Higher blood omega-3 fats are associated with lower risk of premature death. Go Fish!
Now, onto the not so good fats… *cue the boooos *
The bad fats are all the foods you likely love to eat. While all foods that have fat contain a combo of different types, the ones you love to cheat on your diet with have the most.
Saturated fats are mostly in animal foods such as beef, cheese and even the dairy in that double dip cone.
The recommended daily guidelines is less than 10 percent of calories from saturated fat.
So, the foods you should limit to 10 percent or fewer calories are:
This really hurts to type….
- PIZZA 🙁
- Beef (Hamburgers)
- Dairy Desserts
- Mexican Food
Wow, that was a list of the ideal first date. *tears up*
If you thought that was bad—there’s a “badder” guy out there: trans fat.
Like most of the ‘worst things’ out there—it’s because of what humans do to things to make them more convenient or ‘tastier.’ While trans fats are naturally present in beef and dairy in small amounts, the type we should all be concerned about are the ones we make. Trans fats are the byproduct of heating up liquid veggie oils through hydrogenation. It converts oils into a solid, called partially hydrogenated oil, so it can be used in baking, to fry fast foods, and are highly prevalent in, you guessed it, fast food restaurants, and the food industry in all corners. Even snack foods can have it.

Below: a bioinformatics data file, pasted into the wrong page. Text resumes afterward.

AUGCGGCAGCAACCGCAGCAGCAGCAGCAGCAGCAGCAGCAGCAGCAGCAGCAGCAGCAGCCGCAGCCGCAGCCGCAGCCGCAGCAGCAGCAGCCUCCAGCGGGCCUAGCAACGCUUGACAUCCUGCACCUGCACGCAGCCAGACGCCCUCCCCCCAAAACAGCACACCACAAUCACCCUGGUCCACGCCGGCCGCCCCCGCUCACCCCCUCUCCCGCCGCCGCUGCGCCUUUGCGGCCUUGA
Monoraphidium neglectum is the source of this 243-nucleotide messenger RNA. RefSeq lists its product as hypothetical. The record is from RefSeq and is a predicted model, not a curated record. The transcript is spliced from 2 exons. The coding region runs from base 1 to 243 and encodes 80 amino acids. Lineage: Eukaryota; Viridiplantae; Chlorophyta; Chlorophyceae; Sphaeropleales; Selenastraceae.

Trans fat helps preserve foods and give them desirable textures, too. So you may be surprised to learn what common foods contain them….
Examples of foods with trans fat include:
- Cakes & pies
- Fried fast foods
- Frozen pizza
- Breakfast sandwiches
- Microwave popcorn
- Cream-filled candies
What they trans fats do:
- These nasty fats raise bad cholesterol (LDL) and lower good HDL.
- They create inflammation which is tied to heart disease, stroke and diabetes.
- Contribute to insulin resistance.
- Are harmful in SMALL amounts: for each additional 2 percent of calories from trans fat eaten daily, your risk for heart disease increases by 23 percent. Sheesh.
Totes went dark on you again, but we believe education can improve health and even save lives.
Now that we’re through that….
Should I Start Starving Myself Now?
You don’t have to deprive yourself completely of the foods you love. But eat them in moderation and with KNOWLEDGE. Now that you know the difference, check your food packaging panels. You’ll see total fat in grams, and beneath that it will break down the types of fat. Knowing is MORE than half the battle–it is the very catalyst to being able to make healthier choices. It doesn’t mean you can’t have your pizza or breakfast sandwiches, but have them in major moderation.
Shoot for mono and poly unsaturated fats first, incorporate fruits, whole grains and veggies. If you do this consistently, and have a cheat meal here and there, you’ll lessen the damage done to your body so you can live a longer, healthier life. Hey, we’d really like you to stick around as long as you can, friend.